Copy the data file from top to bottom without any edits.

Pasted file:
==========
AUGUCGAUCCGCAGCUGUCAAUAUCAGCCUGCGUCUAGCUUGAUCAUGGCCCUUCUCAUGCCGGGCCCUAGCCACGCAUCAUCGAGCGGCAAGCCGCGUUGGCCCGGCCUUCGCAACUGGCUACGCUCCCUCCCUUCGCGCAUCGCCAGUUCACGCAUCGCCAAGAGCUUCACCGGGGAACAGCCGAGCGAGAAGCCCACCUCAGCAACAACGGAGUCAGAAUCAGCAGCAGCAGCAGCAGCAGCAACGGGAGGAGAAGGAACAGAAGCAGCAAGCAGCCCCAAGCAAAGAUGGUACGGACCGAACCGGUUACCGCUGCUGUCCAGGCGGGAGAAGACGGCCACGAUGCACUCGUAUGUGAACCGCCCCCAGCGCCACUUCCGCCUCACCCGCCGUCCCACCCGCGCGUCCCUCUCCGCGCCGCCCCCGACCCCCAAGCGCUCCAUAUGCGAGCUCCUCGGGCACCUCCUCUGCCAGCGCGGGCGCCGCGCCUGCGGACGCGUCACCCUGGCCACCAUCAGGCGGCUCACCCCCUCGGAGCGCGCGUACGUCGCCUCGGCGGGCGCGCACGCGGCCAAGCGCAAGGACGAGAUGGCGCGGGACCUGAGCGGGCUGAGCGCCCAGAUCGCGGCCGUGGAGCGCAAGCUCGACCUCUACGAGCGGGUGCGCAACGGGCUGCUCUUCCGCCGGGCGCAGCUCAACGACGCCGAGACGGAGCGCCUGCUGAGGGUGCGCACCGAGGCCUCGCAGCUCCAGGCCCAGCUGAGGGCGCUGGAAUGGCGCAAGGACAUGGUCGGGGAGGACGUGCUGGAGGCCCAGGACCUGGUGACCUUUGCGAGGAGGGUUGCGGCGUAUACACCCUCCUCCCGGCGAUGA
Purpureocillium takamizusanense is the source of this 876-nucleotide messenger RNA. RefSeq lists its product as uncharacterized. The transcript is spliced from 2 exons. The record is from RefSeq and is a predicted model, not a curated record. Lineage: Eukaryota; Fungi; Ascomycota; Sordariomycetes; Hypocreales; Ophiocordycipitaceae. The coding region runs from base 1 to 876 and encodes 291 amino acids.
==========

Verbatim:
AUGUCGAUCCGCAGCUGUCAAUAUCAGCCUGCGUCUAGCUUGAUCAUGGCCCUUCUCAUGCCGGGCCCUAGCCACGCAUCAUCGAGCGGCAAGCCGCGUUGGCCCGGCCUUCGCAACUGGCUACGCUCCCUCCCUUCGCGCAUCGCCAGUUCACGCAUCGCCAAGAGCUUCACCGGGGAACAGCCGAGCGAGAAGCCCACCUCAGCAACAACGGAGUCAGAAUCAGCAGCAGCAGCAGCAGCAGCAACGGGAGGAGAAGGAACAGAAGCAGCAAGCAGCCCCAAGCAAAGAUGGUACGGACCGAACCGGUUACCGCUGCUGUCCAGGCGGGAGAAGACGGCCACGAUGCACUCGUAUGUGAACCGCCCCCAGCGCCACUUCCGCCUCACCCGCCGUCCCACCCGCGCGUCCCUCUCCGCGCCGCCCCCGACCCCCAAGCGCUCCAUAUGCGAGCUCCUCGGGCACCUCCUCUGCCAGCGCGGGCGCCGCGCCUGCGGACGCGUCACCCUGGCCACCAUCAGGCGGCUCACCCCCUCGGAGCGCGCGUACGUCGCCUCGGCGGGCGCGCACGCGGCCAAGCGCAAGGACGAGAUGGCGCGGGACCUGAGCGGGCUGAGCGCCCAGAUCGCGGCCGUGGAGCGCAAGCUCGACCUCUACGAGCGGGUGCGCAACGGGCUGCUCUUCCGCCGGGCGCAGCUCAACGACGCCGAGACGGAGCGCCUGCUGAGGGUGCGCACCGAGGCCUCGCAGCUCCAGGCCCAGCUGAGGGCGCUGGAAUGGCGCAAGGACAUGGUCGGGGAGGACGUGCUGGAGGCCCAGGACCUGGUGACCUUUGCGAGGAGGGUUGCGGCGUAUACACCCUCCUCCCGGCGAUGA
Purpureocillium takamizusanense is the source of this 876-nucleotide messenger RNA. RefSeq lists its product as uncharacterized. The transcript is spliced from 2 exons. The record is from RefSeq and is a predicted model, not a curated record. Lineage: Eukaryota; Fungi; Ascomycota; Sordariomycetes; Hypocreales; Ophiocordycipitaceae. The coding region runs from base 1 to 876 and encodes 291 amino acids.